[0045] While there was no discernible difference between the individual components and the combination during 1 and 3 hours, there was a significant difference when the experiment was extended to the sixth hour. FIGS. 2, 3 and 4 describe the phenomenon. It is now conceived that if experiments could be done over a longer term (which is difficult with cultured cells after bacterial infection), a bigger difference would be seen with the Lactobacillus and glutamine composition. It is also conceived that since animal experiments can be done over a longer term, e.g., 12-24 hours, the same or better effects of the Lactobacillus and glutamine composition in the rabbit ileal loop model would be observed.

In Vivo Weanling Rabbit Ileal Loop Studies

[0046] Following previously described protocols, (Panigrahi P. Gupta S. Gewolb I H. and Morris J G Jr., Occurrence of Necrotizing Enterocolitis may be dependent on patterns of bacterial adherence and intestinal colonization: Studies in Caco-2 tissue culture and weanling rabbit models. Ped. Res. 36 (1):115-121 (1994)), weanling rabbit ileal loop model were used to determine the effects of the Lactobacillus and glutamine composition in vivo as follows: weanling rabbit ileal loops were infected with either (1) E. coli alone (108 organisms/ml) or (2) E. coli and the Lactobacillus and glutamine composition, wherein, 108-12 organisms/ml of Lactobacillus and 1-4 mM glutamine were used. Typical NEC-like disease symptoms were observed in E. coli controls and total protection against E. coli induced damage was observed in-the loops receiving the Lactobacillus and glutamine composition. Although the ileal loop experiment exhibits what would happen in a real-life situation, it is expected that the amount of Lactobacillus and/or the amount of glutamine necessary for treatment in a real-life situation will vary depending on the needs of the patient. For example, a higher Gram (−) bacterial load is normally observed in a real-life situation. Therefore, a higher load of Lactobacillus would be required. It is also expected that since a real-life situation develops over days, the Lactobacillus and glutamine composition will produce even more pronounced effects than that shown in the rabbit ileal loop model.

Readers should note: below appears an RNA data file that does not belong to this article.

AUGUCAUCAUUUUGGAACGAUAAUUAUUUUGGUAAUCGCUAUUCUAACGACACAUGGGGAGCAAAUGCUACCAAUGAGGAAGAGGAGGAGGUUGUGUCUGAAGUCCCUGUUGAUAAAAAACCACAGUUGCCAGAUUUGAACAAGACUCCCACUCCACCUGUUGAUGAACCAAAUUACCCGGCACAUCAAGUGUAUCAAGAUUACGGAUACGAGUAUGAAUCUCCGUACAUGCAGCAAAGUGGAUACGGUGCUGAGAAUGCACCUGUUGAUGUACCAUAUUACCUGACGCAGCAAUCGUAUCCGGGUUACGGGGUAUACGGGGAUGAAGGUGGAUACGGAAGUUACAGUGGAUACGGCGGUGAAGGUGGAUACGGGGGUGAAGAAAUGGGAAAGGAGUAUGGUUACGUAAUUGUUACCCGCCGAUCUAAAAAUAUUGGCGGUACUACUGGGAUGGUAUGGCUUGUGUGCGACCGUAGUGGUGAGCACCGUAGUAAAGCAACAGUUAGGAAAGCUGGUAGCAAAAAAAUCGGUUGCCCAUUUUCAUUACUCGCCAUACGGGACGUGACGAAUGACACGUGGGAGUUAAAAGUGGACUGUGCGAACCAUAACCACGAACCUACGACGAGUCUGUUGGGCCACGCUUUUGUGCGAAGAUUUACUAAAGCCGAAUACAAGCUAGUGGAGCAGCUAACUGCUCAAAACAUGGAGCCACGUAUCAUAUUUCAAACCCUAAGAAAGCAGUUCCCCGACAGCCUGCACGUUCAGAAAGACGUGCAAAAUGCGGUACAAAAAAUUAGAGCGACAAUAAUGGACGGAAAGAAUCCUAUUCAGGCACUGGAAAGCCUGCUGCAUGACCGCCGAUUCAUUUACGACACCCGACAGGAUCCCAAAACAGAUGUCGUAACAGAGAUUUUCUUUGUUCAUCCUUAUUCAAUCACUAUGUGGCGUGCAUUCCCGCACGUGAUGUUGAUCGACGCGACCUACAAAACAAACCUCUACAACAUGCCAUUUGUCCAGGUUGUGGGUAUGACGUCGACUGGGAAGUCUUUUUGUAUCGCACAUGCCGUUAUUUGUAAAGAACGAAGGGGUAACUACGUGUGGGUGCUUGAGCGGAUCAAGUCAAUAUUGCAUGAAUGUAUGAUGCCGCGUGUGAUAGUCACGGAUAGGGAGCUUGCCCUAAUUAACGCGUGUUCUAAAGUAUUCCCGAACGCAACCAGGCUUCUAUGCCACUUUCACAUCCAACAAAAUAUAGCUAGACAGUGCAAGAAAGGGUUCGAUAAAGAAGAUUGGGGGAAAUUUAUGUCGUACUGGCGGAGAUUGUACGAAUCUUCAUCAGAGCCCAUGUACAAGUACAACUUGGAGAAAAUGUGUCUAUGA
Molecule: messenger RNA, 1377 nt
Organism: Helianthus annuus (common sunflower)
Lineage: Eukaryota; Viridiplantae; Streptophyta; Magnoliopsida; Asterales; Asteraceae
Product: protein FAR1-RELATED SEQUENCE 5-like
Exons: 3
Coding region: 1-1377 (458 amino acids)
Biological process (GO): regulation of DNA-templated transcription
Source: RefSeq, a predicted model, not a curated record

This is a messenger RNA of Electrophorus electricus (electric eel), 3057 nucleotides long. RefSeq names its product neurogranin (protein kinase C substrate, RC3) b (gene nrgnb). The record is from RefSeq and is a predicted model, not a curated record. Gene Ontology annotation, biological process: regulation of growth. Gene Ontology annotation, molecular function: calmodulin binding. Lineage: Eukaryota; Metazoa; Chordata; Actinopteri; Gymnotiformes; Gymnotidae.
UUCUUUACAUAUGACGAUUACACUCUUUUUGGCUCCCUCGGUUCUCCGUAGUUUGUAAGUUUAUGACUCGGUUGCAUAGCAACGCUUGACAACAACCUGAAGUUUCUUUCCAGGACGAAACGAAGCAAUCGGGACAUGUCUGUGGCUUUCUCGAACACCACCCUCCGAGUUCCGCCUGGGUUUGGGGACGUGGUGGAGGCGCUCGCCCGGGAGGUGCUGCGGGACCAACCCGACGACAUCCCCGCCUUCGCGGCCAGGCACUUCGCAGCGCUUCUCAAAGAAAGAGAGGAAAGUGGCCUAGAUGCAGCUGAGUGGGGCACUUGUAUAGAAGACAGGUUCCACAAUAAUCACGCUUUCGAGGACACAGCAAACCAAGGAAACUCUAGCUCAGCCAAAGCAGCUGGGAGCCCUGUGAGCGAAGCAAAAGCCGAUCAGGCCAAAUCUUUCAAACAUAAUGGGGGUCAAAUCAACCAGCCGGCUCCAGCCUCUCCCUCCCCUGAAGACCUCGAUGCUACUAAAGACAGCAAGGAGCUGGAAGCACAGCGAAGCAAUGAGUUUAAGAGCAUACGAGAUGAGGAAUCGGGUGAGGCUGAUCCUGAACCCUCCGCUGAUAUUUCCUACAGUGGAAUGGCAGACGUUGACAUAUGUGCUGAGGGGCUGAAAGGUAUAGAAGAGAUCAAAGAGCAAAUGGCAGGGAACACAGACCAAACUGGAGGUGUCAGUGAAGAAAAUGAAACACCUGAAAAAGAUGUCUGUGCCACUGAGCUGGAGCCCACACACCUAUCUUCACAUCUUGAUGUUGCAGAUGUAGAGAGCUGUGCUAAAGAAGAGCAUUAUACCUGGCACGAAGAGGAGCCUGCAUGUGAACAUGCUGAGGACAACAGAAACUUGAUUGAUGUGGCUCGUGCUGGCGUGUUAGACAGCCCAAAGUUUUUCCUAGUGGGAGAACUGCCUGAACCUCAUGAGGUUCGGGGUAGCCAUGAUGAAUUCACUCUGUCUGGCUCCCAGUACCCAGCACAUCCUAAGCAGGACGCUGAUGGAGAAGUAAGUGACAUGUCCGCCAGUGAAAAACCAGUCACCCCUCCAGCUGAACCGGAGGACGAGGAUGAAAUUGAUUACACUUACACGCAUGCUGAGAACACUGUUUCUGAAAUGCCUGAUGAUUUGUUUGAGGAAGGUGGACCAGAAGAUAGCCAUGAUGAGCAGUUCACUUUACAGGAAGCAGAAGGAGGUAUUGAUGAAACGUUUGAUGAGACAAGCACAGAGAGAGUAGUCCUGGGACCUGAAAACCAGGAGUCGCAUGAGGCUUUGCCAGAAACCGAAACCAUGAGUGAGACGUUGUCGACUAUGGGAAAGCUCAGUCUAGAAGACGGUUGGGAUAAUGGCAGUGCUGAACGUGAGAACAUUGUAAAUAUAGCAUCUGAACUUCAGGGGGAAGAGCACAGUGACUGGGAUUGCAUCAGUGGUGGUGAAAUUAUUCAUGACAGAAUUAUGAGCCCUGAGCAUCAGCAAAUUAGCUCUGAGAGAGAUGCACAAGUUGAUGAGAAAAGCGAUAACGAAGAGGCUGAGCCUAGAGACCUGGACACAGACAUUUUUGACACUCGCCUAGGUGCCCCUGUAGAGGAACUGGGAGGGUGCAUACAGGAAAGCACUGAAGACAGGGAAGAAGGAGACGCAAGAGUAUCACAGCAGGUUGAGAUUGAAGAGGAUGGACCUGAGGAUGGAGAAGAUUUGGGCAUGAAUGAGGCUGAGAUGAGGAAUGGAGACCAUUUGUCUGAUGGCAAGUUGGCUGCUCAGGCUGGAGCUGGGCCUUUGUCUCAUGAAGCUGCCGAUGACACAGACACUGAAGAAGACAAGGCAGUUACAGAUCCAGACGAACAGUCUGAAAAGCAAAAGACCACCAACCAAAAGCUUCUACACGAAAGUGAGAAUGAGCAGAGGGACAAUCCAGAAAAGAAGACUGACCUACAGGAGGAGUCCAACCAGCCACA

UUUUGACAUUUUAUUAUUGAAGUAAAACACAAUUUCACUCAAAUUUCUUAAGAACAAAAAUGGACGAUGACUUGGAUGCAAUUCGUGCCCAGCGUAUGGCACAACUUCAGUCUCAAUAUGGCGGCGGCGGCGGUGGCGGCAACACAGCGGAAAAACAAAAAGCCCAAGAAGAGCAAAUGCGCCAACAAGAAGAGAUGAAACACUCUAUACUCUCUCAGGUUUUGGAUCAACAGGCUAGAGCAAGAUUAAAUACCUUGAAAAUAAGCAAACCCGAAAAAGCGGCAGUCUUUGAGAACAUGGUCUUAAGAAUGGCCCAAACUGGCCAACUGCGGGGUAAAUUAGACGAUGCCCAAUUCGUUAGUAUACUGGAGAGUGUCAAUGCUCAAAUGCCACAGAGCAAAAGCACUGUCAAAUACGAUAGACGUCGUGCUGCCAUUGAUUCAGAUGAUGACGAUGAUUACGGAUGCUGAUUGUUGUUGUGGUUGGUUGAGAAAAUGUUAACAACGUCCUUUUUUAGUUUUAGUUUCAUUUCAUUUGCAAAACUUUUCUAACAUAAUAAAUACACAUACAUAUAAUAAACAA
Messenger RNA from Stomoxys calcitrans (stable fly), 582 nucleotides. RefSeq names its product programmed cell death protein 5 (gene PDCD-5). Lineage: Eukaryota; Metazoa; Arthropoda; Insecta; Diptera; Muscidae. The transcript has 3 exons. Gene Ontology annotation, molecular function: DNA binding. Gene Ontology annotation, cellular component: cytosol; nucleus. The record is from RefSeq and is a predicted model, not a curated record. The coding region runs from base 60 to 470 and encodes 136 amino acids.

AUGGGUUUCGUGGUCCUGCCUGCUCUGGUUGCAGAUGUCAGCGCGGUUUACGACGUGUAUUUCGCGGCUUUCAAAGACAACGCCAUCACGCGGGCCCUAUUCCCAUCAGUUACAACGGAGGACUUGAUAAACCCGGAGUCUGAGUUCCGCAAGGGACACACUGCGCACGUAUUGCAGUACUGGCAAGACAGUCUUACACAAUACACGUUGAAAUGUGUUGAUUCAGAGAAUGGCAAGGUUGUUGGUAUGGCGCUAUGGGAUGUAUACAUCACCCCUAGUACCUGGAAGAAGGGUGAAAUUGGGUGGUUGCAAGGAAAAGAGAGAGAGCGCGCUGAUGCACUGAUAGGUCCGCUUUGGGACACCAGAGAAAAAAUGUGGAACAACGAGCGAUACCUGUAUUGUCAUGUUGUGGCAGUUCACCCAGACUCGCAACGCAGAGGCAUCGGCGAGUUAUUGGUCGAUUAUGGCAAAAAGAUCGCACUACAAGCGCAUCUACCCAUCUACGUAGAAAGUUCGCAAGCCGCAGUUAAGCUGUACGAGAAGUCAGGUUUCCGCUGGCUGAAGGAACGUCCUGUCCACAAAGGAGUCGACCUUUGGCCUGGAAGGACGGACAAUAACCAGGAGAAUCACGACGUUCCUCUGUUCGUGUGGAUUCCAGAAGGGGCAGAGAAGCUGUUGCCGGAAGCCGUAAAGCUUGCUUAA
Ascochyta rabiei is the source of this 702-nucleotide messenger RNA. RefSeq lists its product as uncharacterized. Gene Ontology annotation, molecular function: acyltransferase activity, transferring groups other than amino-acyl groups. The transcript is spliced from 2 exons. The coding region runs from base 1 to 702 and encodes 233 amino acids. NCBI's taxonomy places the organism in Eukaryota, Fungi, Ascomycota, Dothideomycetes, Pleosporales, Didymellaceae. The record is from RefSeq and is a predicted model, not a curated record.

Anti-Inflammatory Effects of Lactobacillus and Glutamine Composition

[0047] The anti-inflammatory effects of a Lactobacillus and glutamine composition can be determined in rabbit ileal loop experiments by RT-PCR in accordance with previously described methods.

Use of Lactobacillus and Glutamine in Treatment of Bacterial Sepsis

[0048] Bacterial sepsis in neonates is generally considered to be initiated by entry of bacteria from the skin into the blood stream via different central intravenous lines. It is estimated that similar events occur in pediatric and adult populations. The bigger picture of sepsis is rather complicated and the exact mechanisms are not known.